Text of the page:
The first thing surely isn’t what it is going to cost but what you are going to get? If the operator said “they smell really good too” the customer would probably have lifted the product towards their face to smell. Picking up the product is already one step closer than simply touching it.
Observation # 12
While selling some organic bathroom/beauty product – owner announces that he is really 167 years old. The customer laughed.
Rule #1 of getting a customer to buy is to get them to relax. Humour is an effective tool in doing so – if you can pull it off.
Observation # 13
The pickle stand showed their certificates form the Sydney show
The credibility that comes from an ‘official endorsement’ should not be underestimated.
Observation # 14
I observed one owner juggling sticks to entertain himself while waiting for customers to his herbs and spices stand.
It wasn’t entertainment aimed at the customers. It had no relevance to his product. He clearly showed his disengagement in a way that is possibly worse than the operator sitting down at the back of the stand because customers would not want to interrupt someone who is ‘doing something’.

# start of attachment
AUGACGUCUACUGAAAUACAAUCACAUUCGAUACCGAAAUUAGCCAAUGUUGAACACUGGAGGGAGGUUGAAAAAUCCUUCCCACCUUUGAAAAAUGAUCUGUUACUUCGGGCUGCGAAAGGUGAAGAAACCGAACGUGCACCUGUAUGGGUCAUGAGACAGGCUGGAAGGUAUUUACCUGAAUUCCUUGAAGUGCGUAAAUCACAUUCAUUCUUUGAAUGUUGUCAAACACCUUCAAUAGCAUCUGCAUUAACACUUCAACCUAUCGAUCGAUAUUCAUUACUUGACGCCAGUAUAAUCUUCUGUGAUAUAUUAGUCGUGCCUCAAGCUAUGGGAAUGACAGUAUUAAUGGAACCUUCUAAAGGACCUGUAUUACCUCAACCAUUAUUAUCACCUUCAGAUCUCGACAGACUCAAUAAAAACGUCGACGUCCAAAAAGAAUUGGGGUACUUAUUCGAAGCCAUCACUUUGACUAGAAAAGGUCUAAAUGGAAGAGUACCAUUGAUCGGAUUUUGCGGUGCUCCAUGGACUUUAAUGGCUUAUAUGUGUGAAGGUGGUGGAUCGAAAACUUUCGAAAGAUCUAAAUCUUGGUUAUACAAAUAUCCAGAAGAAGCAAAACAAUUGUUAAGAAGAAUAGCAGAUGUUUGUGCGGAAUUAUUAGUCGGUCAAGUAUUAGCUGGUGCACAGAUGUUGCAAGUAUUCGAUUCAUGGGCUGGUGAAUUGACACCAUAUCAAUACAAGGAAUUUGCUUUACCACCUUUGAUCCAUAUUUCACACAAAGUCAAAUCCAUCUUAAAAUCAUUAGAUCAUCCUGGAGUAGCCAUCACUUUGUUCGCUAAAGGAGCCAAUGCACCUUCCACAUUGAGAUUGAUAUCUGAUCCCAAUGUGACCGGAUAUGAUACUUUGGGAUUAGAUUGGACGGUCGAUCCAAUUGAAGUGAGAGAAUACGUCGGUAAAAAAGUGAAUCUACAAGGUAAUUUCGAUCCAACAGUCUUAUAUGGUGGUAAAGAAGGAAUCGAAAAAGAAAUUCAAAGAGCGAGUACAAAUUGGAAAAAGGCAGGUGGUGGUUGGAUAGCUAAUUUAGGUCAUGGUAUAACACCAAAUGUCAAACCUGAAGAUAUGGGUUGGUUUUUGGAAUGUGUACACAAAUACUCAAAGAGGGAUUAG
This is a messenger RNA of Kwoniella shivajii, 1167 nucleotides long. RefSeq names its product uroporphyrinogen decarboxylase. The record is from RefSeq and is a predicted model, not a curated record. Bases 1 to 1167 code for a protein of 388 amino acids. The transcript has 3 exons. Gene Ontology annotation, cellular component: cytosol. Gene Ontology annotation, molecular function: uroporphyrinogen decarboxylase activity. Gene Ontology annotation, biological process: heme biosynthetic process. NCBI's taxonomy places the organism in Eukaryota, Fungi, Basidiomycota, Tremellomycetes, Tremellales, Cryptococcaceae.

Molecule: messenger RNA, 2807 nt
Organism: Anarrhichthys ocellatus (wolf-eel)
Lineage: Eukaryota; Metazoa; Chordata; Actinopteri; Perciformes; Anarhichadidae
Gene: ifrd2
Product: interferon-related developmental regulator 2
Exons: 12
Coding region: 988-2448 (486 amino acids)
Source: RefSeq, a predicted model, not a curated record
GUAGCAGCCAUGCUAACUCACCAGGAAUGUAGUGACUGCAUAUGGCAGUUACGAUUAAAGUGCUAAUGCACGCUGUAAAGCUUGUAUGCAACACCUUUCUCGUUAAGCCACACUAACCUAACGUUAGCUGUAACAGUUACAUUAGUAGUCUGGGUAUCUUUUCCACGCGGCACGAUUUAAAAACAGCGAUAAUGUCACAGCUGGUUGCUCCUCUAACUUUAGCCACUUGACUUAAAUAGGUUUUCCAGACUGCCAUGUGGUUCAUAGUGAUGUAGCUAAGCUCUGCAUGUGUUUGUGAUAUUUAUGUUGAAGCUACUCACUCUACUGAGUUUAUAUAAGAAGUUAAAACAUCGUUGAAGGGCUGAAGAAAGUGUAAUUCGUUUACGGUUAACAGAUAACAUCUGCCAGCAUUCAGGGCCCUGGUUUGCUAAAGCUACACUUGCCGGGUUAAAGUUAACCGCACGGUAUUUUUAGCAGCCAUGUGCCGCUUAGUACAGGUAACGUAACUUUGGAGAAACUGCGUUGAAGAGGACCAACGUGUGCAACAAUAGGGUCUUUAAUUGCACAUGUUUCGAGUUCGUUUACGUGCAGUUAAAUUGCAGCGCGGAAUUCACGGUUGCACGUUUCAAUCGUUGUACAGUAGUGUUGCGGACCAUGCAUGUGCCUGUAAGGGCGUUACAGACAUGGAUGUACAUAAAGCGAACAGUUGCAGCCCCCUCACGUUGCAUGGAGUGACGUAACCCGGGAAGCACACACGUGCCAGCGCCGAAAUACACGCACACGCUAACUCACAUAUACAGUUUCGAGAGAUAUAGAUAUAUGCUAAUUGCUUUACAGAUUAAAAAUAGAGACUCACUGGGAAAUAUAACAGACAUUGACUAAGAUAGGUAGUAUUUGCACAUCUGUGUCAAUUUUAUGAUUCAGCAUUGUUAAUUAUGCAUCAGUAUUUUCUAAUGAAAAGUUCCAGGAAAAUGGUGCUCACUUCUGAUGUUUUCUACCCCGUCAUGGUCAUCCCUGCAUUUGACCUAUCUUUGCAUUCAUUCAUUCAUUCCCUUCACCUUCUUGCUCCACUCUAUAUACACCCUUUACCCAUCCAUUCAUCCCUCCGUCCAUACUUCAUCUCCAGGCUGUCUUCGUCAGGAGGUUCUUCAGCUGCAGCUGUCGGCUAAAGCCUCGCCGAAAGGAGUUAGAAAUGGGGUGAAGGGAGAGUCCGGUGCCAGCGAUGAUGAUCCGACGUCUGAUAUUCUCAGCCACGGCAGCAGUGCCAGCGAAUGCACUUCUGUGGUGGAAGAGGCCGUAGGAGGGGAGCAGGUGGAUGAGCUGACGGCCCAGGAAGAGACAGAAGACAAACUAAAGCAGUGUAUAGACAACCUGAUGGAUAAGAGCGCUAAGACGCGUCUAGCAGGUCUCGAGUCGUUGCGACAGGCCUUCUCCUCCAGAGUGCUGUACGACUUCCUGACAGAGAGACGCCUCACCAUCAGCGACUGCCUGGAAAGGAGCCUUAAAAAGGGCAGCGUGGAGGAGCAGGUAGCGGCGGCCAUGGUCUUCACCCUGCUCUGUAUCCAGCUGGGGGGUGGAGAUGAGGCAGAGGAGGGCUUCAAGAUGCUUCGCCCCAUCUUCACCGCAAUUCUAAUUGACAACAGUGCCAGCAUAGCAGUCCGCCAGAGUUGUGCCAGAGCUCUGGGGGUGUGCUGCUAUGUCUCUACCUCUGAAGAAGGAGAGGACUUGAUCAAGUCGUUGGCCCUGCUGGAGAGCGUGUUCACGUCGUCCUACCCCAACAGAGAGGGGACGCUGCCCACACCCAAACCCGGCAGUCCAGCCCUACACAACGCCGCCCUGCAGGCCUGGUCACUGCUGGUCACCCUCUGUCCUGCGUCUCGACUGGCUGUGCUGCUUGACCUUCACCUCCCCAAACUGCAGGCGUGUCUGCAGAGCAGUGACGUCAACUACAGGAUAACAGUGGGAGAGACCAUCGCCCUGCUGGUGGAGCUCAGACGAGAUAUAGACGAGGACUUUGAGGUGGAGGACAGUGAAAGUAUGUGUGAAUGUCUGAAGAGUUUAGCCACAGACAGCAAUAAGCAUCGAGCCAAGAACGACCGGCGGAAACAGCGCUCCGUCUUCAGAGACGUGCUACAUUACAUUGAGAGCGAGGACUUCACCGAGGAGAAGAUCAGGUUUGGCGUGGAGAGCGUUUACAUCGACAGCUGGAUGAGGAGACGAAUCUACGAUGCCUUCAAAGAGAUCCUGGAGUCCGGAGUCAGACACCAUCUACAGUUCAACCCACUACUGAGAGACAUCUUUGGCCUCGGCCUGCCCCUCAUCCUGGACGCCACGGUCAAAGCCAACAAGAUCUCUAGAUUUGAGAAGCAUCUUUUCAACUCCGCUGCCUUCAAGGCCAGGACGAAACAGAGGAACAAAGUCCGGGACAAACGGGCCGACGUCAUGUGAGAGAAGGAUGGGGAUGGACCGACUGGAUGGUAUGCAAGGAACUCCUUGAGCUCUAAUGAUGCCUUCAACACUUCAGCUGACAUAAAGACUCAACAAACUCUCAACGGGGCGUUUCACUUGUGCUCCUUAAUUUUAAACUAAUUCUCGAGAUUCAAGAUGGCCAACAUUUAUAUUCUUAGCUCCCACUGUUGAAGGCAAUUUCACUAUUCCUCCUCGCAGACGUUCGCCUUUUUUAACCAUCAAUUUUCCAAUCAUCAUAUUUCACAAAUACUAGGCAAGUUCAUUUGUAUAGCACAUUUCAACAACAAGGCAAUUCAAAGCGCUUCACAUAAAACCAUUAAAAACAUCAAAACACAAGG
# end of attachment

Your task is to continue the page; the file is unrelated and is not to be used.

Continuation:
Observation # 15
AT the stand selling clocks, not a single one had the correct time, neither have they been set to 10 past 10 as is the custom to display the ‘happy face’.
If not showing your product in a positive light (by wearing it or demonstrating it) is a crime, then showing it to prospective customers in a ’broken’ state is even worse.
The most important point about all of the above is that NONE OF THESE would cost money and can easily be applied by any operator. These little things can often make the difference between a good and great business.
None of the stall holders actively and prominently directed customers and/or passerby to their website and not one tried to collect a name for a subscription list. There were a few websites listed on labels but nothing significant. I would consider that to be a major missed opportunity.